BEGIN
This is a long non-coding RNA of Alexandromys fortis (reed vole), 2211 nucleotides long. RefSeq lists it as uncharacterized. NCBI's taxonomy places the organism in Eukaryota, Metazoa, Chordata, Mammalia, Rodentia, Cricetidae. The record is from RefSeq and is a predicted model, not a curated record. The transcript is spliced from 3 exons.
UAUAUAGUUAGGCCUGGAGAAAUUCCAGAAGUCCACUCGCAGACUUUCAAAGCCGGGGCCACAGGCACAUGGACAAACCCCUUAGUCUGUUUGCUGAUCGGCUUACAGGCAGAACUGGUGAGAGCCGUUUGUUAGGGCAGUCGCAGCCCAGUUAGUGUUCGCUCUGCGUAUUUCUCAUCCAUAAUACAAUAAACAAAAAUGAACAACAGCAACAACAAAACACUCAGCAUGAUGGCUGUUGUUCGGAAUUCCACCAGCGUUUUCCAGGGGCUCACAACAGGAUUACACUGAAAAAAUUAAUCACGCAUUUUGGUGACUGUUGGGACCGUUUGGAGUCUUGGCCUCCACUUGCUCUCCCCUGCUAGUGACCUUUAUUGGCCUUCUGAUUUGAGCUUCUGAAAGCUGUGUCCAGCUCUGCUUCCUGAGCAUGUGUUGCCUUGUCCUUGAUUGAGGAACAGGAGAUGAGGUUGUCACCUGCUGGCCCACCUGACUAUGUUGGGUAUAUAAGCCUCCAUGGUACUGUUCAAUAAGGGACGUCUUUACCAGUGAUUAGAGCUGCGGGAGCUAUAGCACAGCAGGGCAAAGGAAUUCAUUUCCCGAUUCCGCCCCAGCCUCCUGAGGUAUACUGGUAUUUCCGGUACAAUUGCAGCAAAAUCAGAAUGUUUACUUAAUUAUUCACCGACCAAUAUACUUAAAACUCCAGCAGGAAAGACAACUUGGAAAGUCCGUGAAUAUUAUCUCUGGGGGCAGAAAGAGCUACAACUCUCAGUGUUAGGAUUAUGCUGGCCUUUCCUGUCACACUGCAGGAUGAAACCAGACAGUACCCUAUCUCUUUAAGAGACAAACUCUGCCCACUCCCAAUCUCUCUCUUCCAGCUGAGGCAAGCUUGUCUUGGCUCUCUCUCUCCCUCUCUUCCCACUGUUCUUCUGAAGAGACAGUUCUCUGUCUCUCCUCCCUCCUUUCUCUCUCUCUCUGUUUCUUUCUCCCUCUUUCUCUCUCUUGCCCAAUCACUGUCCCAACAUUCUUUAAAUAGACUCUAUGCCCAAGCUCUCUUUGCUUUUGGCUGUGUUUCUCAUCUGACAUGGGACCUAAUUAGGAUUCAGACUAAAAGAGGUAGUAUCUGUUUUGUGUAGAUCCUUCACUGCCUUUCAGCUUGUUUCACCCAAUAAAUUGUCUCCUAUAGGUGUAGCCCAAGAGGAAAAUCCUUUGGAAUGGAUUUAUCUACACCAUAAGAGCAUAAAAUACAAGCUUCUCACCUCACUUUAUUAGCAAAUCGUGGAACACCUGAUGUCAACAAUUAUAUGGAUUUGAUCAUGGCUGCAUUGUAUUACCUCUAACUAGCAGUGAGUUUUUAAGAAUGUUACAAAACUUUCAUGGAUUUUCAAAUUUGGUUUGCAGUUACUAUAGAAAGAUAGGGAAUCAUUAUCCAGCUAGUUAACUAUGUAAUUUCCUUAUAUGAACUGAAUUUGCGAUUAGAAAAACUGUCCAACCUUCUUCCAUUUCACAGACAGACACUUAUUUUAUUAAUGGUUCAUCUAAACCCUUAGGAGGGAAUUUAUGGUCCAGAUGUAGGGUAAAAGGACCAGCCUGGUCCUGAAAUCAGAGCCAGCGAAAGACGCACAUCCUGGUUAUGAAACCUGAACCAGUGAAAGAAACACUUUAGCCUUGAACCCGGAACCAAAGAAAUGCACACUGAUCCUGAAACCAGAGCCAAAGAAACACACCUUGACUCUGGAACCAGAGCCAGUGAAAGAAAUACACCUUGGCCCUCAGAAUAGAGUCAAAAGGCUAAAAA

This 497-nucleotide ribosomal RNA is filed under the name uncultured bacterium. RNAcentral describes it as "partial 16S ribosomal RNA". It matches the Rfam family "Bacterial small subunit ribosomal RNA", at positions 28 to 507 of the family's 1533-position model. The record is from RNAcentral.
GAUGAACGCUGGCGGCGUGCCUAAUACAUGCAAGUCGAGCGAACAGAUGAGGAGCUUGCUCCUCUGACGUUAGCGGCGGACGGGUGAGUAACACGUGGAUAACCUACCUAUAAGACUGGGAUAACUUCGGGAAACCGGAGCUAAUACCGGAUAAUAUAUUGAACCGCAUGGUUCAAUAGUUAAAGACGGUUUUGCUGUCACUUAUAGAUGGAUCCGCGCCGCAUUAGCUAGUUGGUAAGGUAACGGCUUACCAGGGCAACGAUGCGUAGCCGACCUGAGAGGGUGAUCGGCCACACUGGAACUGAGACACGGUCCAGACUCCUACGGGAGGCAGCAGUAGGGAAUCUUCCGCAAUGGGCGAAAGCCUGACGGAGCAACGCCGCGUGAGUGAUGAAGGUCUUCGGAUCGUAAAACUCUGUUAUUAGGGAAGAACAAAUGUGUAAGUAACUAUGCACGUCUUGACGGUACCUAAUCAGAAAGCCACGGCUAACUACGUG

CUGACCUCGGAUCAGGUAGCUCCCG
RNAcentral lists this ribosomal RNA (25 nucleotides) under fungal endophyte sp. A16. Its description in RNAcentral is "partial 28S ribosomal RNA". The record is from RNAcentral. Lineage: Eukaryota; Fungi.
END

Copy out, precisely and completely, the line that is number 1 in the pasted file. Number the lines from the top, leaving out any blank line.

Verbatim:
This is a long non-coding RNA of Alexandromys fortis (reed vole), 2211 nucleotides long. RefSeq lists it as uncharacterized. NCBI's taxonomy places the organism in Eukaryota, Metazoa, Chordata, Mammalia, Rodentia, Cricetidae. The record is from RefSeq and is a predicted model, not a curated record. The transcript is spliced from 3 exons.